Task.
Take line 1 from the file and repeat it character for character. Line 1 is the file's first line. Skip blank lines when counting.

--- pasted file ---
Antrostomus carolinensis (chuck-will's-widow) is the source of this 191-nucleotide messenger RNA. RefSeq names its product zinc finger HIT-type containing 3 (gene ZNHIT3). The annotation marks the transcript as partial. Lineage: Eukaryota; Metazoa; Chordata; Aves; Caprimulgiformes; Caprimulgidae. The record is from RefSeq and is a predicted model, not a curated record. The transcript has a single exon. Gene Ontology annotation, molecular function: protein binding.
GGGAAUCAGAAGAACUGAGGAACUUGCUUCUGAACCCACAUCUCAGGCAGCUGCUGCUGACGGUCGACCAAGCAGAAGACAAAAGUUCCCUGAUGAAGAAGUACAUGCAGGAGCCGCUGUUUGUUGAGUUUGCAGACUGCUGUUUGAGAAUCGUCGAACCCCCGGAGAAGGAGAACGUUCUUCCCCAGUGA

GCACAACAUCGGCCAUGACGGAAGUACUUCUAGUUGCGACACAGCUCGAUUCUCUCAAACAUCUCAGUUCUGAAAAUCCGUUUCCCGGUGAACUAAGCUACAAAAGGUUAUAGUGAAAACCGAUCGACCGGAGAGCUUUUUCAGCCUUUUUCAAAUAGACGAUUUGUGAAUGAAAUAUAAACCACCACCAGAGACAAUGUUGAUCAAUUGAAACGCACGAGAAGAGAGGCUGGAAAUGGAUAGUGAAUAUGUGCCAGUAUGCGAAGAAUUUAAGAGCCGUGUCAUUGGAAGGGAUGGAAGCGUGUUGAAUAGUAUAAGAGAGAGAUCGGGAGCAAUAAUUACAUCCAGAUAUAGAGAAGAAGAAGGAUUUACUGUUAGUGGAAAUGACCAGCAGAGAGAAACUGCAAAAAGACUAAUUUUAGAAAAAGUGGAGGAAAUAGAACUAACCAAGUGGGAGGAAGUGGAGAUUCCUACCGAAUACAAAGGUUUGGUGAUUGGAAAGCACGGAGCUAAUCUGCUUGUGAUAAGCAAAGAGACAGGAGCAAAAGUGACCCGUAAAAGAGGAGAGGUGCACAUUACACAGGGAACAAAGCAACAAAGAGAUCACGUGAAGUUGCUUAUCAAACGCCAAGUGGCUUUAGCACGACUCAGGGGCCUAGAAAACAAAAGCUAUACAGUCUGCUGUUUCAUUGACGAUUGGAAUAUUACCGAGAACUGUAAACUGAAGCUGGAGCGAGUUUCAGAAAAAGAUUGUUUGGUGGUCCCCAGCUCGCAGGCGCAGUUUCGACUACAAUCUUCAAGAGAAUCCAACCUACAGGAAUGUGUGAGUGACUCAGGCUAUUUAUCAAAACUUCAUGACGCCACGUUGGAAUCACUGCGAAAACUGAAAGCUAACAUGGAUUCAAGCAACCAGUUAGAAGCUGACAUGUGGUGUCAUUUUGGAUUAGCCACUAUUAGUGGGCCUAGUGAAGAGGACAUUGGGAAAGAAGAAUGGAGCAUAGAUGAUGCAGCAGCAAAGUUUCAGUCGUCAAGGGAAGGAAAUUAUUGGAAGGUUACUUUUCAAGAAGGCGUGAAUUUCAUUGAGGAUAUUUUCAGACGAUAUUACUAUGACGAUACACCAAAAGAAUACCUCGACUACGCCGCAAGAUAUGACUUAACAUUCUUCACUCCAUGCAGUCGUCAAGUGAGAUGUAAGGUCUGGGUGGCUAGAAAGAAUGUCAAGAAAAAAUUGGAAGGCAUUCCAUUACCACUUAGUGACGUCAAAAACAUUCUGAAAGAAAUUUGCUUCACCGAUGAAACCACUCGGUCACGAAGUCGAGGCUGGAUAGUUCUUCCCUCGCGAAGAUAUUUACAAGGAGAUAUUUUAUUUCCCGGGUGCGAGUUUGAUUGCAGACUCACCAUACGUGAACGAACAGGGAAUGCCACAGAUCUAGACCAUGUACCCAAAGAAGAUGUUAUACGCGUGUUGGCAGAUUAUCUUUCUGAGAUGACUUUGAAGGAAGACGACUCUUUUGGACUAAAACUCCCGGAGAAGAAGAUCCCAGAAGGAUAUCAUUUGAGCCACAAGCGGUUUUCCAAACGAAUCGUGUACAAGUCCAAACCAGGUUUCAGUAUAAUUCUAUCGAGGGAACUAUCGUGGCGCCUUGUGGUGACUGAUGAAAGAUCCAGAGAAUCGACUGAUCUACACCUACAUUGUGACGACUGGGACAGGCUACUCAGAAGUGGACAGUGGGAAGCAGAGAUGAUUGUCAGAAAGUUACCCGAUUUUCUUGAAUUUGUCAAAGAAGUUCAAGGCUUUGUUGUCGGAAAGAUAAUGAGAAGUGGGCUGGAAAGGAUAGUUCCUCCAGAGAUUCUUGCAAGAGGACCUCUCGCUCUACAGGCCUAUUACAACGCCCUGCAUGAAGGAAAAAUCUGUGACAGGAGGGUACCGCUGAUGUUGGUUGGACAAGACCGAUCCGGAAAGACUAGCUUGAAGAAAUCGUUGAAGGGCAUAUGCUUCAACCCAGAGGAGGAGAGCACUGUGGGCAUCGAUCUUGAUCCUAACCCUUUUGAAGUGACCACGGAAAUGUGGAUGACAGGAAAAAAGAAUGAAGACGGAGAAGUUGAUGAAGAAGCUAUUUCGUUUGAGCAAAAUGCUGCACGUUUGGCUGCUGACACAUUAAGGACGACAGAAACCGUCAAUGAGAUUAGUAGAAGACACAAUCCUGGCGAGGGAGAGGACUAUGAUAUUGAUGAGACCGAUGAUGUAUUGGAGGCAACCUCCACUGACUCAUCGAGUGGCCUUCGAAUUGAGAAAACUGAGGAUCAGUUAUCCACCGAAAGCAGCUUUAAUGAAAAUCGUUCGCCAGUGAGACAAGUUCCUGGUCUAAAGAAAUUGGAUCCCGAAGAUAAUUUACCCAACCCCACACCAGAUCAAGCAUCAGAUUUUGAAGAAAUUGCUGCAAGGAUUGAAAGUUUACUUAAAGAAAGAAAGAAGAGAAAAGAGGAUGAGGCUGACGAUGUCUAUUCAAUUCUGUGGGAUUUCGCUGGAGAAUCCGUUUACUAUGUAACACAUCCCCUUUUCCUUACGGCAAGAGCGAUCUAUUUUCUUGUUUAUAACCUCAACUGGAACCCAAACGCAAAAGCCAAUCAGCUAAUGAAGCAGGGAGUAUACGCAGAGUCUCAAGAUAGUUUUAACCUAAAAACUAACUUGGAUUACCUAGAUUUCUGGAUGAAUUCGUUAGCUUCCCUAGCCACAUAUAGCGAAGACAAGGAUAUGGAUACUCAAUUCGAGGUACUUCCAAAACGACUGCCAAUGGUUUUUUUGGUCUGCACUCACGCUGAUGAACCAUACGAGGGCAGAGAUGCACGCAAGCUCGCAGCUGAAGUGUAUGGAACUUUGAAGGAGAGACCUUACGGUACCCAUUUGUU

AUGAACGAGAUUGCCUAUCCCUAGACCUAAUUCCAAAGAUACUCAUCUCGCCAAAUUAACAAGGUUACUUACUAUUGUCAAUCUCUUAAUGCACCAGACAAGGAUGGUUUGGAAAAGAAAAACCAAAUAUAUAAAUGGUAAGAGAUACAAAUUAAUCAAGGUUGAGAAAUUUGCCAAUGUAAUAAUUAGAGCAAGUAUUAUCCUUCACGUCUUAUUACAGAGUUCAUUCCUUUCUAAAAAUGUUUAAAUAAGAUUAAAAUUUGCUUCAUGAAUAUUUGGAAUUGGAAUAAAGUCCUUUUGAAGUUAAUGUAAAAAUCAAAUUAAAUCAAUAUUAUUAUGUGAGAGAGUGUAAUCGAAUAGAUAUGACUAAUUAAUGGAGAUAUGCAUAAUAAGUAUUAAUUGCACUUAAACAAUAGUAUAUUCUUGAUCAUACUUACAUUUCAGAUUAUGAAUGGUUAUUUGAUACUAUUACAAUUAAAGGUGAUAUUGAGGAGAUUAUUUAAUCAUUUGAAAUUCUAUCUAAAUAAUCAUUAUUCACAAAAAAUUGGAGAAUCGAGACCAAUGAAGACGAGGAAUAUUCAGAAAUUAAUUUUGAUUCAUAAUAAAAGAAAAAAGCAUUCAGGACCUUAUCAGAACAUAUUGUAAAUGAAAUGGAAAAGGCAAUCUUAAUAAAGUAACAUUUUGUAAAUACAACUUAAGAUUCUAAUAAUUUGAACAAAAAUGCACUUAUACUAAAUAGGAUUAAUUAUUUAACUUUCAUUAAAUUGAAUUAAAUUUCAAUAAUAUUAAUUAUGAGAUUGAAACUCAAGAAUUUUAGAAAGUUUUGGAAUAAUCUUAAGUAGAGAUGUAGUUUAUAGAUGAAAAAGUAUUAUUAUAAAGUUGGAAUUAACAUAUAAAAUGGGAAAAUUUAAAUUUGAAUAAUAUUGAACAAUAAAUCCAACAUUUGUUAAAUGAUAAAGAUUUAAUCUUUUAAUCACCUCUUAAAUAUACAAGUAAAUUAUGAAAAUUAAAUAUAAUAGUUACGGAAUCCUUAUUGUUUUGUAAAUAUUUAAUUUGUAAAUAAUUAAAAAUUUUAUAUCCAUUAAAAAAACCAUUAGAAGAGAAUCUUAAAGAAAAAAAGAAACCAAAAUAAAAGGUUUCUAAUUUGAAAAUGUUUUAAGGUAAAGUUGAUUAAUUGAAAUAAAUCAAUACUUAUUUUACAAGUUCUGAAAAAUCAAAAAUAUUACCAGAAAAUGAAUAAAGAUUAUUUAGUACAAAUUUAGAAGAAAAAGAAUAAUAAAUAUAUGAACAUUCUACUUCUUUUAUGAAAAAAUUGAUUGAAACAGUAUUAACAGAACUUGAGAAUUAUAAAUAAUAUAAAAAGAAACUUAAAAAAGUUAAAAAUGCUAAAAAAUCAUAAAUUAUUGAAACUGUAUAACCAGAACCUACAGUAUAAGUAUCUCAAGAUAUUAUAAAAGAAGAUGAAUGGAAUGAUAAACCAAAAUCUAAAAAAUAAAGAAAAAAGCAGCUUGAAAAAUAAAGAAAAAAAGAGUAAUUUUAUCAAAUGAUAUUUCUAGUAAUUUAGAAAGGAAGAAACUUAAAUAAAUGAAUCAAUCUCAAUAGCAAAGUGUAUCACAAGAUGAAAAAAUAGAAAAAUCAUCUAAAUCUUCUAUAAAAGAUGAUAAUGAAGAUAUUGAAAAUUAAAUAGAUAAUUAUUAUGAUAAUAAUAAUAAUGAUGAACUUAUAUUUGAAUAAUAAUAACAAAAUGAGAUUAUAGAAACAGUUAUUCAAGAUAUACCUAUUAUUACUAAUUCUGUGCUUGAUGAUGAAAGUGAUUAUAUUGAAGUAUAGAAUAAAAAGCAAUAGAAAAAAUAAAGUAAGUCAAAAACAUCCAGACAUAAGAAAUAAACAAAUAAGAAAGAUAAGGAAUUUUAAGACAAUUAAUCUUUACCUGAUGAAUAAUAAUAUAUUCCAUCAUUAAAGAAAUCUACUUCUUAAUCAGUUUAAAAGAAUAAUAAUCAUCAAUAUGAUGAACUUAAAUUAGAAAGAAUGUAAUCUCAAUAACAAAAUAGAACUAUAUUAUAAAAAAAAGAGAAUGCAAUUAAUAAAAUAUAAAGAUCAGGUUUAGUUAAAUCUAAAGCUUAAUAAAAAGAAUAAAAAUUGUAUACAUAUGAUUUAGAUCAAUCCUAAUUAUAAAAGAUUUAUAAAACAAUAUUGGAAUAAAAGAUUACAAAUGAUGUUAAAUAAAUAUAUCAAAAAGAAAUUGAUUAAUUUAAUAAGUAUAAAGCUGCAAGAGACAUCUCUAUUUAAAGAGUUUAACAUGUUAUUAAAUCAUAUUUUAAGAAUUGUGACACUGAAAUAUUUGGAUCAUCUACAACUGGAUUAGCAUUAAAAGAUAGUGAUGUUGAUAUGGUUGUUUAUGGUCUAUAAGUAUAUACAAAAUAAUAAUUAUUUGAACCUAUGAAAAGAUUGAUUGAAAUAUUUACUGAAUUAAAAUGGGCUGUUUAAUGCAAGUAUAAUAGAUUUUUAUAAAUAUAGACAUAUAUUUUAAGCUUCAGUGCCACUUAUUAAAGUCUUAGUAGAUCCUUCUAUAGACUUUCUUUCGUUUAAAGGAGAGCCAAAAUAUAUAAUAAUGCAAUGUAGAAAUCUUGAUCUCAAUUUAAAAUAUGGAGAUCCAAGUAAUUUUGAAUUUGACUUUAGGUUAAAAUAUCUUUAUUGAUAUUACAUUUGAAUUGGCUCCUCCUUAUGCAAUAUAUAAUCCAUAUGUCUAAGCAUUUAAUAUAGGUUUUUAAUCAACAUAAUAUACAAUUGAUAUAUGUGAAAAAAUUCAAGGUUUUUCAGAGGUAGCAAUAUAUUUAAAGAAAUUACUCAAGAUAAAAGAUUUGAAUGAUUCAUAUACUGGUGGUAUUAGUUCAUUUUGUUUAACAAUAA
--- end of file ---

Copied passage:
Antrostomus carolinensis (chuck-will's-widow) is the source of this 191-nucleotide messenger RNA. RefSeq names its product zinc finger HIT-type containing 3 (gene ZNHIT3). The annotation marks the transcript as partial. Lineage: Eukaryota; Metazoa; Chordata; Aves; Caprimulgiformes; Caprimulgidae. The record is from RefSeq and is a predicted model, not a curated record. The transcript has a single exon. Gene Ontology annotation, molecular function: protein binding.